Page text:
State and local officials were so concerned about the integrity of the 14-mile levee system homeowners built in the 1890s, a group was established to study it.

The group recommended in 2007 that because the levee was so unsafe and unable to protect against flooding, property owners should be offered incentives to move.

Miller said little has been done to make changes since the report came out.

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National Weather Service hydrologist Bryan Hahn says the Wisconsin River reached a record level of 20.59 feet Monday at 6 a.m. That breaks a previous record of 20.50 set back in 1938.

The river was expected to hold steady through Tuesday, Hahn said, then slowly decline over the next seven days.

In South Dakota, water levels in the storm-bloated Big Sioux River were stable Monday after up to 4 inches of rain last week pushed the waterway over its banks along a 50-mile stretch from Brookings to Sioux Falls. About two dozen homes in Renner, the worst-hit town, were affected, Renner Fire Chief Mike Schmitz said.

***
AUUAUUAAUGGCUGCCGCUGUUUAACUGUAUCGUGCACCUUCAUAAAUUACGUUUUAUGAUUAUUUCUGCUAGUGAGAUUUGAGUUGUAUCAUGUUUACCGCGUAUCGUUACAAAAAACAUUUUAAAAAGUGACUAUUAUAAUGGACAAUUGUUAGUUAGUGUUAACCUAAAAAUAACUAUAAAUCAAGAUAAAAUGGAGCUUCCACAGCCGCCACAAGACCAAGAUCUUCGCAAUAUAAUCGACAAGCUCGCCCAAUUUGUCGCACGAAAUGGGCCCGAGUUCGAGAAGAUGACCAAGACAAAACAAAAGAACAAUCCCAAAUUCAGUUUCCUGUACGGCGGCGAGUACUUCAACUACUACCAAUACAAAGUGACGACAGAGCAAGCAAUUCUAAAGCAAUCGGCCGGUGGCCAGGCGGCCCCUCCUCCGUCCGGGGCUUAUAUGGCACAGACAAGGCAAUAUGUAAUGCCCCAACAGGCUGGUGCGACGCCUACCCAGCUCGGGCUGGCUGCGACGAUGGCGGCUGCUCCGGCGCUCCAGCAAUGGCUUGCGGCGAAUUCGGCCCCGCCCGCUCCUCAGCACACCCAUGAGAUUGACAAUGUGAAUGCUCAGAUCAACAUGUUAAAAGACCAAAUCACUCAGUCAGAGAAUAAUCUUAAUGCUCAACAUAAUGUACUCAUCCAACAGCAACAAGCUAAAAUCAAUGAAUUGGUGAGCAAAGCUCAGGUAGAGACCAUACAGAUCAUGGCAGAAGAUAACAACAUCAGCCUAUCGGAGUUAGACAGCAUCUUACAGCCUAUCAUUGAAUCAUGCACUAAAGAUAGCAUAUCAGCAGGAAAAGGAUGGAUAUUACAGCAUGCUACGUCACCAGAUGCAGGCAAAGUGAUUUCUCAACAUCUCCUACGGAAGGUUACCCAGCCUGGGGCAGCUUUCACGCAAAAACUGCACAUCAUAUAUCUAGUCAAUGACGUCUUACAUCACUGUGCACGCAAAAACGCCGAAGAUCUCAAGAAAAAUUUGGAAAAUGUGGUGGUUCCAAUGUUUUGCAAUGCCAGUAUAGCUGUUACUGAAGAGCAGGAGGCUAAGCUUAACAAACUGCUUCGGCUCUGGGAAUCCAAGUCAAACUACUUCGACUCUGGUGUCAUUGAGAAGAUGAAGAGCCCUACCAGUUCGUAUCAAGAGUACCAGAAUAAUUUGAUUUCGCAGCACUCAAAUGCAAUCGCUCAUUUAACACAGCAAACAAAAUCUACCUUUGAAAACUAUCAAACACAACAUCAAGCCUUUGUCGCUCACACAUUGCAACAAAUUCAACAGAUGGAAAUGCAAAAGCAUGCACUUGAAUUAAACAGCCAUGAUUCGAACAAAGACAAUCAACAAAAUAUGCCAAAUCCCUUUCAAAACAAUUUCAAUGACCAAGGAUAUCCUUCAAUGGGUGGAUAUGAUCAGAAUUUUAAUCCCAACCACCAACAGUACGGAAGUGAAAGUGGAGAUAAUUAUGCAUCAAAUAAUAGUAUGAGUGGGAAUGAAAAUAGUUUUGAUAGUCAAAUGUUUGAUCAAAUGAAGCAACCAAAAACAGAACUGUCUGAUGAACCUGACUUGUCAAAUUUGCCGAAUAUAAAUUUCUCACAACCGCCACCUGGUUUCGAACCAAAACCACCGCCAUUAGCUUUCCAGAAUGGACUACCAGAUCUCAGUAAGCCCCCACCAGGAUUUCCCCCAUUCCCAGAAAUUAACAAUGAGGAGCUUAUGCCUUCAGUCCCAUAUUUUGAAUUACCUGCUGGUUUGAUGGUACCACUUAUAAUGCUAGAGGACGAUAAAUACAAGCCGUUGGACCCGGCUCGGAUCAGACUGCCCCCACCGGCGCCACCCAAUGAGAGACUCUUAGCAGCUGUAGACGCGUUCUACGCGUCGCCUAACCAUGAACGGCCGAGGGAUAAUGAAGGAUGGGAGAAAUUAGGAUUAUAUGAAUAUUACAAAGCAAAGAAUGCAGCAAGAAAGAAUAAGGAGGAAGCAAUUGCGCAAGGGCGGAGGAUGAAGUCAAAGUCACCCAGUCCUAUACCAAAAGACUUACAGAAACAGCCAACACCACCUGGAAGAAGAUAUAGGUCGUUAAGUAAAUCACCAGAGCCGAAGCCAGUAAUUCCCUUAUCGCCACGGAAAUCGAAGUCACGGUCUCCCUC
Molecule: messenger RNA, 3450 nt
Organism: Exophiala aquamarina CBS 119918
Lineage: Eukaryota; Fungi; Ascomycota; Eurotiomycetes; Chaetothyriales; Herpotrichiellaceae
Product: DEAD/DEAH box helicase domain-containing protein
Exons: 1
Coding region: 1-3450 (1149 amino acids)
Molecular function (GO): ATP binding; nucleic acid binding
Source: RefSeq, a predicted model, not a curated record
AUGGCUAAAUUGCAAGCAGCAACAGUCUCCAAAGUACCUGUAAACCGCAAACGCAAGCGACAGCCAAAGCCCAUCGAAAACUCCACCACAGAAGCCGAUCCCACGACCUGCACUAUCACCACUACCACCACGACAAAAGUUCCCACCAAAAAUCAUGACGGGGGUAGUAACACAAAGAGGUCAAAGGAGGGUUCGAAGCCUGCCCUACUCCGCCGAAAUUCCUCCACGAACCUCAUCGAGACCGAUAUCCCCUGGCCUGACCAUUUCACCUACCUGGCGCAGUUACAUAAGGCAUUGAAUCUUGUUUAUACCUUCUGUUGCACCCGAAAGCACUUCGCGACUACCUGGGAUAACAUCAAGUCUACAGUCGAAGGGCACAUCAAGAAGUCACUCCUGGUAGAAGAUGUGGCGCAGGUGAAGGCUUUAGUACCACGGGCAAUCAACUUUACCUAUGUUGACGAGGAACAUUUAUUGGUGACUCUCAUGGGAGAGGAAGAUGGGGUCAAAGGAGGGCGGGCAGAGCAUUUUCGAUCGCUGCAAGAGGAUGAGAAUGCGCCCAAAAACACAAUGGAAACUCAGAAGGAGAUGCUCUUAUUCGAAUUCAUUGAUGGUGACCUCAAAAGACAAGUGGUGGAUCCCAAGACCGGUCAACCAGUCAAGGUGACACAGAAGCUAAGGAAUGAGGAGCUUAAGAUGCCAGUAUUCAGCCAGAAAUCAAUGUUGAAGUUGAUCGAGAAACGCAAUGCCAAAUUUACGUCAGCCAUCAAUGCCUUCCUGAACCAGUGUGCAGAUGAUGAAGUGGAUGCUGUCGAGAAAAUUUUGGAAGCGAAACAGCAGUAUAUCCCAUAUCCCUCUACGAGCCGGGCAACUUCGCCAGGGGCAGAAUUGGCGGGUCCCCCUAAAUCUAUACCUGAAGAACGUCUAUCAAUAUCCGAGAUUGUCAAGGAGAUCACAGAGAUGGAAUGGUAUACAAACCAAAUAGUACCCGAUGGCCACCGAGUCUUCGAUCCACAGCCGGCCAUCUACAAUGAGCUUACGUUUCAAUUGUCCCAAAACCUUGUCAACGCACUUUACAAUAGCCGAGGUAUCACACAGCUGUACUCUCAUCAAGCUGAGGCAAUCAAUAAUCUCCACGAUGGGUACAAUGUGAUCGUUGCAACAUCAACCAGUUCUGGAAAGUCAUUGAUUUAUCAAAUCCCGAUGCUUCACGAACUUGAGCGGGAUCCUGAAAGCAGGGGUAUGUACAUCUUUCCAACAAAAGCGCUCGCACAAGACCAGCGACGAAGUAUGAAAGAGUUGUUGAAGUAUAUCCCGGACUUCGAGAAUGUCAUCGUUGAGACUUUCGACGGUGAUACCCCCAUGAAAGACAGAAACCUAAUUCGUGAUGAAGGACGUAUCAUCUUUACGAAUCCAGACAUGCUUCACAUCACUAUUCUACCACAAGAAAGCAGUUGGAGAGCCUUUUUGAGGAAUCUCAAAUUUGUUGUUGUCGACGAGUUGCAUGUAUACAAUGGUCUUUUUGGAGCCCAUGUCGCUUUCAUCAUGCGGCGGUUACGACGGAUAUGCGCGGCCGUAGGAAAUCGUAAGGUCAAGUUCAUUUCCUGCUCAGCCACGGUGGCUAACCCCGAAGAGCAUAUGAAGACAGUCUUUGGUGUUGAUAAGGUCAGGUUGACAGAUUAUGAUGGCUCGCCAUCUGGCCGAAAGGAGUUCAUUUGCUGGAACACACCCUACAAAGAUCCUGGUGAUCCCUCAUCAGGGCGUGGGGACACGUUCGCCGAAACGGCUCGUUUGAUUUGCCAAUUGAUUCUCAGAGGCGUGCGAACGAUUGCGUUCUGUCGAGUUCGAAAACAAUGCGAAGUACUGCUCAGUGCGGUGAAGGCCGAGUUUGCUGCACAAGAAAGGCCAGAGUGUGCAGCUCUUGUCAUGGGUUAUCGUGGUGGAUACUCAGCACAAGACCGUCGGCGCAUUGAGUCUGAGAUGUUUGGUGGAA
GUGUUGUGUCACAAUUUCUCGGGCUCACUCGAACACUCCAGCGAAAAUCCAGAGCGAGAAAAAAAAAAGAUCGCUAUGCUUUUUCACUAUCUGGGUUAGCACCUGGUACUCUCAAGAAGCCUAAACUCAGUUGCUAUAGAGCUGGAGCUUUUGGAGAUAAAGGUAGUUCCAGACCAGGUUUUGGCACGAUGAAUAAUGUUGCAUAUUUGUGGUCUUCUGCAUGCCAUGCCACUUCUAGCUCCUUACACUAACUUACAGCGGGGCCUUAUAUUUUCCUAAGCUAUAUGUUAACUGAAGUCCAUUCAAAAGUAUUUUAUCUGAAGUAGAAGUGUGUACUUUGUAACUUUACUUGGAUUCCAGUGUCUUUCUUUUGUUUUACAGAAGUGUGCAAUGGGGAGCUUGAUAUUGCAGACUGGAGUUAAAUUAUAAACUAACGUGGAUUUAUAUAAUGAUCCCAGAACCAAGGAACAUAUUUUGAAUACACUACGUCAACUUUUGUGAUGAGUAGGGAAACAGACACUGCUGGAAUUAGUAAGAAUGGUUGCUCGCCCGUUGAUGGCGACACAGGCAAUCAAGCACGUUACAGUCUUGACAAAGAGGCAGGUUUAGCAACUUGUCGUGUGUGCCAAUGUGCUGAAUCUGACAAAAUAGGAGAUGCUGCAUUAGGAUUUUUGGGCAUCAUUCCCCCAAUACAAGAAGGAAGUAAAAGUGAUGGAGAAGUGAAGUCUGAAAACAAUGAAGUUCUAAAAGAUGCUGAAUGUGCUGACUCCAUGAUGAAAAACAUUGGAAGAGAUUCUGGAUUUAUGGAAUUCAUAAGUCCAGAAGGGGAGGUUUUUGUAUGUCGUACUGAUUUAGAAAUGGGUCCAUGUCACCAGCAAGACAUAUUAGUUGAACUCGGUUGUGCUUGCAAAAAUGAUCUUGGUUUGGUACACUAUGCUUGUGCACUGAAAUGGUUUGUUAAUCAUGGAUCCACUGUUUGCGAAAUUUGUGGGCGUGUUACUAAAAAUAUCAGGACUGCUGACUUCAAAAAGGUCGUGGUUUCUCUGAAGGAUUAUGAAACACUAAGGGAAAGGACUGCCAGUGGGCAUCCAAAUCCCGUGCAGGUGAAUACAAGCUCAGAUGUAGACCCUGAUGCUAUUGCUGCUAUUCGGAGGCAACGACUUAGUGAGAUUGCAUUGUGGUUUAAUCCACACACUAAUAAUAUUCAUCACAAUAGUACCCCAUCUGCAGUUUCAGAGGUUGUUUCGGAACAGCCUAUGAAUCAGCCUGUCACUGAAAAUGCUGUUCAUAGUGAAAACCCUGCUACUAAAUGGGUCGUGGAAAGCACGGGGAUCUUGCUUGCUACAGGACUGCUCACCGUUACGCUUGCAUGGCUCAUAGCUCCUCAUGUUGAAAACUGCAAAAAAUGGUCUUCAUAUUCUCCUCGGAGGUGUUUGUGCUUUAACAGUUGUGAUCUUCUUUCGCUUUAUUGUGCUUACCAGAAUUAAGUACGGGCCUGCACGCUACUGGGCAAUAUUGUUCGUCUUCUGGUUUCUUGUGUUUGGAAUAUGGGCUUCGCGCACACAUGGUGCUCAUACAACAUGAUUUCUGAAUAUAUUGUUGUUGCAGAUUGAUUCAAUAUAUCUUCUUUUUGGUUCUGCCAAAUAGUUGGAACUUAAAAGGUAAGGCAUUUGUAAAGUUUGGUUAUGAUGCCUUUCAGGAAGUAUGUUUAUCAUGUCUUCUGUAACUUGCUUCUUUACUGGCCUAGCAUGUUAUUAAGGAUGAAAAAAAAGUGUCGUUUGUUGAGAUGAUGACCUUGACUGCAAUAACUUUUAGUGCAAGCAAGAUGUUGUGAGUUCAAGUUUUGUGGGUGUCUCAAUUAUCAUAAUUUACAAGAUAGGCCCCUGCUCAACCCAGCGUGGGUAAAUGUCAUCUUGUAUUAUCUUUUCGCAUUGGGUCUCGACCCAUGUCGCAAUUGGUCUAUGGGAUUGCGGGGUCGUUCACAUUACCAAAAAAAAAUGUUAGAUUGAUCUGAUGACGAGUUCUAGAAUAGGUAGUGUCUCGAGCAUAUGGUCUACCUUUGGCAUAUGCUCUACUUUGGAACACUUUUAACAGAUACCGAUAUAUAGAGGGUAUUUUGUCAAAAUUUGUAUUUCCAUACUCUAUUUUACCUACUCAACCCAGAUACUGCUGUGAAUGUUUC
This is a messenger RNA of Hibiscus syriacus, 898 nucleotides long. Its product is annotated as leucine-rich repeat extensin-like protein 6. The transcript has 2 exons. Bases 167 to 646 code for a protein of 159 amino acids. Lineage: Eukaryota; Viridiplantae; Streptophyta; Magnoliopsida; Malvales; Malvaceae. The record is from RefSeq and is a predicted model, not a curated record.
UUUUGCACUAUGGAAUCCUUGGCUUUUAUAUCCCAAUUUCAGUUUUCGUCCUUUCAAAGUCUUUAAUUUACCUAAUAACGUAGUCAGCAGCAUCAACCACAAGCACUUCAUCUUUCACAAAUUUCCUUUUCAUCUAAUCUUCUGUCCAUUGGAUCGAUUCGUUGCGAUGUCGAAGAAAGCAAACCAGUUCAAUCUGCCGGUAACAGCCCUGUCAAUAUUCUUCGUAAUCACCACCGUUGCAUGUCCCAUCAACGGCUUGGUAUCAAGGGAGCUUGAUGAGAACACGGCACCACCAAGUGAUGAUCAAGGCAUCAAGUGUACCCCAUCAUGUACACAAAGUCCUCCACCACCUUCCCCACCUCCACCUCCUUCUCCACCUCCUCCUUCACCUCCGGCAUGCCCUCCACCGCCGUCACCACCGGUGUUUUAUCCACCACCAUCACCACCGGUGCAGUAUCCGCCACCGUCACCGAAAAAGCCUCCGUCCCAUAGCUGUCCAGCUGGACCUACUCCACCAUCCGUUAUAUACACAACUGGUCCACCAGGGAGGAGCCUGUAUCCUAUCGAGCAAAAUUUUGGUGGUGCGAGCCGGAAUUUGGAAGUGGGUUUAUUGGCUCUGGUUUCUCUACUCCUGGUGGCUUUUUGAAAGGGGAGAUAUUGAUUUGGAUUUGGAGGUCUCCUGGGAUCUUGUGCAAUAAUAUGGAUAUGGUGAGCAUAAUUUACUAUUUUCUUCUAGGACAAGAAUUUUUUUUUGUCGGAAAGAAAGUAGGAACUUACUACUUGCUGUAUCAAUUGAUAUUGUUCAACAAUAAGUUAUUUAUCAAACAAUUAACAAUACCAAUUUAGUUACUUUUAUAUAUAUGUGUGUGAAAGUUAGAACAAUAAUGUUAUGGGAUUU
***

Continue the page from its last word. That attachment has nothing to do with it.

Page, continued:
Separately, Minnesota Gov. Tim Pawlenty reached an agreement with legislators on a special one-day session next month to approve relief money for people affected by floods after heavy rain last week caused serious flooding in that state.

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Associated Press Writers Jeff Baenen in Minneapolis and Scott Bauer in Madison, Wis., contributed to this report.